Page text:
Dental anatomy and occlusion dent 202 (3 credit hours: 1 theory / 2 practical)



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DENTAL ANATOMY AND OCCLUSION

DENT 202

(3 credit hours: 1 theory / 2 practical)



Jordan University of Science and Technology

Faculty of dentistry

Department of Oral Medicine and Surgery

Second Semester

Course Syllabus




Course Information

Course Title

Dental Anatomy and Occlusion

Course Code

Dent 202

Prerequisites

N-A

Course Website

N-A

Coordinator

Dr. Ashraf Shaweesh

Lecture instructor

Dr. Ashraf Shaweesh

Office Location

D1 L0

Office Phone




Office Hours




E-mail

ashrafis@just.edu.jo

Teaching Assistant(s)

  • Demonstrators: 3 staff members







Course Description

This is one of the courses provided by the Department of Oral Medicine and Surgery for undergraduate 2nd year students in the Bachelor Degree in the Science of Dentistry during the second semester. The course has two components, lectures and corresponding practical training in laboratories. The lecture topics cover detailed dental macroscopic anatomy and the basic principles of dental occlusion. Each lecture covers one class of permanent teeth and there is a separate lecture for deciduous teeth. The first two lectures present the dental notation systems and chronology of development and the last lectures introduce the fundamentals of dental occlusion. The practical sessions focus on developing the skills of carving different teeth out of wax blocks. This practice is assumed to help students recalling the details of tooth morphology and improving their manual skills. The latter is significant to have been developed before upgrading to 3rd year. The sessions also include practicing on dental notation, dental age estimation, occlusion as well as skills of tooth identification. By the completion of the practical sessions, each student has to hand in for assessment the laboratory book containing the completed duties that they have been asked to execute.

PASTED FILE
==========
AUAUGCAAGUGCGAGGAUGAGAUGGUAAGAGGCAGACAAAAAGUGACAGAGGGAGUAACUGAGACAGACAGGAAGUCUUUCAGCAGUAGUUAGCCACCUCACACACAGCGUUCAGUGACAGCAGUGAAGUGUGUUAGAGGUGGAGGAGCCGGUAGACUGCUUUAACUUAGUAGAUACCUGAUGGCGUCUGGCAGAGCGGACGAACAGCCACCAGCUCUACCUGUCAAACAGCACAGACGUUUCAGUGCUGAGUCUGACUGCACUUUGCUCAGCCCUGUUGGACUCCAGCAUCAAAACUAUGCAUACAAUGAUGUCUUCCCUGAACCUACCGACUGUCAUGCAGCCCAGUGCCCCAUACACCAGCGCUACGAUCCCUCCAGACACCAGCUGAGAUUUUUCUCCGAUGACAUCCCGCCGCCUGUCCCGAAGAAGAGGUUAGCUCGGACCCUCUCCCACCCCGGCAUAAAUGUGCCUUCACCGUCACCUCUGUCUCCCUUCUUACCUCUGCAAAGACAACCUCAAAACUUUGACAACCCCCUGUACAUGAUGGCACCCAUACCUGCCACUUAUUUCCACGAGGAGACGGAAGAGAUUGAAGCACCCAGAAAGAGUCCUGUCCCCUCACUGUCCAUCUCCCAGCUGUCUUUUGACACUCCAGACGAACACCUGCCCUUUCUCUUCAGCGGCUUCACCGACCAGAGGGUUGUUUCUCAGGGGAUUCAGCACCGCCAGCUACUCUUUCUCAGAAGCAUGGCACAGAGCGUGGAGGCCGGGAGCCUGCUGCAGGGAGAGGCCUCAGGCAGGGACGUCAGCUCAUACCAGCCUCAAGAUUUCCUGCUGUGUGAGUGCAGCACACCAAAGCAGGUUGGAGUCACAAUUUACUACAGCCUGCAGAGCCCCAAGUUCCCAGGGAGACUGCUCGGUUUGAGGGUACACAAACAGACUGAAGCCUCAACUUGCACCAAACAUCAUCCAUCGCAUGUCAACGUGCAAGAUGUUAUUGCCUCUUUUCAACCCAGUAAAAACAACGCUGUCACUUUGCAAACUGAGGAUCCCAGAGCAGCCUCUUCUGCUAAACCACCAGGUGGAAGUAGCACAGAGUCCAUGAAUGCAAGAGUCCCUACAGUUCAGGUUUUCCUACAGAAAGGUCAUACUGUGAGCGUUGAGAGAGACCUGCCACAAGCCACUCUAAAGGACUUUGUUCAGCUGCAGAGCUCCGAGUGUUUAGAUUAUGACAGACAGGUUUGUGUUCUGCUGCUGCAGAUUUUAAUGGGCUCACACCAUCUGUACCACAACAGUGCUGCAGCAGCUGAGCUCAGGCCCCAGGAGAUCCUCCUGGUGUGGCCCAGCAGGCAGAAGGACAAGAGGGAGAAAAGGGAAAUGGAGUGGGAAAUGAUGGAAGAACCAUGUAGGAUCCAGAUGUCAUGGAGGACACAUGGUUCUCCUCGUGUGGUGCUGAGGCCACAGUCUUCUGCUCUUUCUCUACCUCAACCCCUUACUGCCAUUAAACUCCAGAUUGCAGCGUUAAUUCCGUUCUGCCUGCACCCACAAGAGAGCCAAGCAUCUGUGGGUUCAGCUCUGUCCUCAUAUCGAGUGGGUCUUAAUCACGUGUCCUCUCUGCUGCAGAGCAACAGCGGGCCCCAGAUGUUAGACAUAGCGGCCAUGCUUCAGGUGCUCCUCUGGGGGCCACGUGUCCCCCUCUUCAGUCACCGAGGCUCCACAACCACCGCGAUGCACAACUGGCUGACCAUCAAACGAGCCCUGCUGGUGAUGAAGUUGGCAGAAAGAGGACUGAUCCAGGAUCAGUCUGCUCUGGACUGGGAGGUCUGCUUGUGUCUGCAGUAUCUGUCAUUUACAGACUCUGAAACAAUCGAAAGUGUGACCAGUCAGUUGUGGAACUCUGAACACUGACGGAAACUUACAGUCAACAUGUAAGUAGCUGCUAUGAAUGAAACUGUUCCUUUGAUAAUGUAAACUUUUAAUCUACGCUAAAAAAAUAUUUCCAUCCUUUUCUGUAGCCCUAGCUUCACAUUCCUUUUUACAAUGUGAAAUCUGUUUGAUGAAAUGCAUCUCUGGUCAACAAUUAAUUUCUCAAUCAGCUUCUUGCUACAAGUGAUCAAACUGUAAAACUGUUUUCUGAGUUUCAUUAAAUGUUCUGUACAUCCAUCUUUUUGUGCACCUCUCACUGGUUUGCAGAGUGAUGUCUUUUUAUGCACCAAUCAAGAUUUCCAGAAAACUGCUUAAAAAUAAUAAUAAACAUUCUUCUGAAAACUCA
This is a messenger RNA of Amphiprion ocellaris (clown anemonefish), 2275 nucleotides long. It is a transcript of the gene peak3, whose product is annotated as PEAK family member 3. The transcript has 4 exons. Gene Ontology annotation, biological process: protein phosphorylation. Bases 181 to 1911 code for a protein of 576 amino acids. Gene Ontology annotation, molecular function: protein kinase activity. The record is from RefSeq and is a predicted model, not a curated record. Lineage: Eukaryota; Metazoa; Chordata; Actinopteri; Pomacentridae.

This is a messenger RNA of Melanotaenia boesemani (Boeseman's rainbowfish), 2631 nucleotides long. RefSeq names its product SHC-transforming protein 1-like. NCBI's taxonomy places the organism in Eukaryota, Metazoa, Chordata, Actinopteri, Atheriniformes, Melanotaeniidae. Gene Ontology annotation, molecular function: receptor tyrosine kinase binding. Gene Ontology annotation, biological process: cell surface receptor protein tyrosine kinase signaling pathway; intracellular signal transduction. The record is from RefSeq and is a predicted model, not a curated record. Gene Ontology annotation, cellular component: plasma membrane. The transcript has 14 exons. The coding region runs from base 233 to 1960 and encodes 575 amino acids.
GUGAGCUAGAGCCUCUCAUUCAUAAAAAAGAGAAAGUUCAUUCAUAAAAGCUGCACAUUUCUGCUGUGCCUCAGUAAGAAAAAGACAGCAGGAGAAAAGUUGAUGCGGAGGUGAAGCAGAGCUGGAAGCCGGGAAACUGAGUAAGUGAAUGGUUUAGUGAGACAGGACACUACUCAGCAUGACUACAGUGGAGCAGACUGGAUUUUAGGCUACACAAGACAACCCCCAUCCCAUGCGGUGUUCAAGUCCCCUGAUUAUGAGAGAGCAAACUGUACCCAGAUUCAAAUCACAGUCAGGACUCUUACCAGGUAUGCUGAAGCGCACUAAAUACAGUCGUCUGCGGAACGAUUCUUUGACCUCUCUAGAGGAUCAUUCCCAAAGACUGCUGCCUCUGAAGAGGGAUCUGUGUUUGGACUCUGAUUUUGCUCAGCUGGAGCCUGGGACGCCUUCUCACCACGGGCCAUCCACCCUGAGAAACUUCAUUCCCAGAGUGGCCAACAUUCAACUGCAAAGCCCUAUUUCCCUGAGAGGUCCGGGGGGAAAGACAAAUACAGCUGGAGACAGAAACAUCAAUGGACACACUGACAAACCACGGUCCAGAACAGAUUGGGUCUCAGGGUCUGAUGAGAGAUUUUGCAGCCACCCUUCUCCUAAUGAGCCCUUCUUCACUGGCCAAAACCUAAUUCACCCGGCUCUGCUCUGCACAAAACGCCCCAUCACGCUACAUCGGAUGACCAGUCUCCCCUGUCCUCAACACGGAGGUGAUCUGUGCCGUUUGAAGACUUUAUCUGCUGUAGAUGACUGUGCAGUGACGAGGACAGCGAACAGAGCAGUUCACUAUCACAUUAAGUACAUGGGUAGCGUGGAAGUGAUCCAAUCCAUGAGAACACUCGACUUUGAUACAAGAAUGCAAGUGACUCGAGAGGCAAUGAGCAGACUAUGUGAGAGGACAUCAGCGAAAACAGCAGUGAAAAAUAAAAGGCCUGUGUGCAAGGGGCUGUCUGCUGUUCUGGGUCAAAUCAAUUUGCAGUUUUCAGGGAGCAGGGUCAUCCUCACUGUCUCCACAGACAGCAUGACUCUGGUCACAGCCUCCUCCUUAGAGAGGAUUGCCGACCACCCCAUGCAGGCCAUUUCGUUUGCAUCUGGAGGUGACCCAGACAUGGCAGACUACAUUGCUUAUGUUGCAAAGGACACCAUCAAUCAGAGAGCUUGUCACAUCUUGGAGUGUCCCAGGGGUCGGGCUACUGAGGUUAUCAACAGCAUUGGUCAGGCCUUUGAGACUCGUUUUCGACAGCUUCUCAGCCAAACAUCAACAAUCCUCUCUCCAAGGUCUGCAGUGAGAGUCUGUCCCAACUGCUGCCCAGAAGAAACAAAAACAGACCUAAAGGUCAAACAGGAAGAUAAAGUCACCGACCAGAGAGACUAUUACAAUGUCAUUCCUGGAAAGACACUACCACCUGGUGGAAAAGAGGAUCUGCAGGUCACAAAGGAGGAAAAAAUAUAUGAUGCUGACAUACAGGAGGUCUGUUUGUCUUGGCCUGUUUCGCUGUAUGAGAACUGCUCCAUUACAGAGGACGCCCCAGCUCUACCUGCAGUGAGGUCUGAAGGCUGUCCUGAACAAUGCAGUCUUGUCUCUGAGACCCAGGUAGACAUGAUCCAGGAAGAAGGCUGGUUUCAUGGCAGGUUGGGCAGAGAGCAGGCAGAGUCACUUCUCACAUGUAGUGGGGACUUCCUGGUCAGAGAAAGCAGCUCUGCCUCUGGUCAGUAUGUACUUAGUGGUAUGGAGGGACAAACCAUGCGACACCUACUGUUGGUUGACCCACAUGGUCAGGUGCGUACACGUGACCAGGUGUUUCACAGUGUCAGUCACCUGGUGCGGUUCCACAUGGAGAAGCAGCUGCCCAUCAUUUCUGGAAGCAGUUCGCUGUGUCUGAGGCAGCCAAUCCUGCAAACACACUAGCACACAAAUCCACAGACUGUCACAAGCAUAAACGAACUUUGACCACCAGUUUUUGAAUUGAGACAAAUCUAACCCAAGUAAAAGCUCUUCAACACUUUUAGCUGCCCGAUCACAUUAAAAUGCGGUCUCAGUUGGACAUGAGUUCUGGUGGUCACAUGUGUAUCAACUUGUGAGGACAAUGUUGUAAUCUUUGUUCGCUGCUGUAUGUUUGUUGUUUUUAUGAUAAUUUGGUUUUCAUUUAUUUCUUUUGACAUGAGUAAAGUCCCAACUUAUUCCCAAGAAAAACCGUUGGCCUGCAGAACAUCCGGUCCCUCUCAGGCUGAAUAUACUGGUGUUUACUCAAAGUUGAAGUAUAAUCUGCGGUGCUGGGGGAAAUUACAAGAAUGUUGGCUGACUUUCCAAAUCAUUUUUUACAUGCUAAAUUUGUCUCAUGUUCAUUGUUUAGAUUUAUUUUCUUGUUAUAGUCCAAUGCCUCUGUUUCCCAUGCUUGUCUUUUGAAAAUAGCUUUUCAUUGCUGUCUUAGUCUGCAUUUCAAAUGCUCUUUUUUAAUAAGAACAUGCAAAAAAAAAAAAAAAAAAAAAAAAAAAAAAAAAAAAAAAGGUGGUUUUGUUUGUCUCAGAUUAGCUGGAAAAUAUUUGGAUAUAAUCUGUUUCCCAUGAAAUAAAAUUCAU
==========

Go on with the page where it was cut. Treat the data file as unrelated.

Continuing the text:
Text Book 1

Title

Wheeler’s Dental Anatomy, Physiology and Occlusion

Author(s)

Ash, M. M. & Nelson, S.

Publisher

Saunders Elsevier, St. Louis, Mo. c2010.

Year

2010

Edition

9th

Book Website




References







Assessment Policy

Assessment Type

Theoretical exams, practical exams and practical duties

Theoretical midterm online exam

14% (MCQs)

Practical midterm online exam

6% (Illustration-related MCQs)

Practical midterm exam

10 % (Held in the lab. in the form of flag race)

Practical duties

10% (Tooth carving, quizzes and lab. books1)

Theoretical final online exam

20%

Practical final exams

40% (Held in the lab. in the form of flag race (20%) and tooth carving exam (20%)



Course Objectives

Weights

  1. To practice on using different dental notation systems for both dentitions and to understand the concept of dental formula as a summary for mammalian dentitions.

  2. To recognize the importance of having two sets of dentitions in most mammals and to relate form to function in dental anatomy.

  3. To learn and apply the chronological standards of stages of deciduous and permanent tooth development and eruption.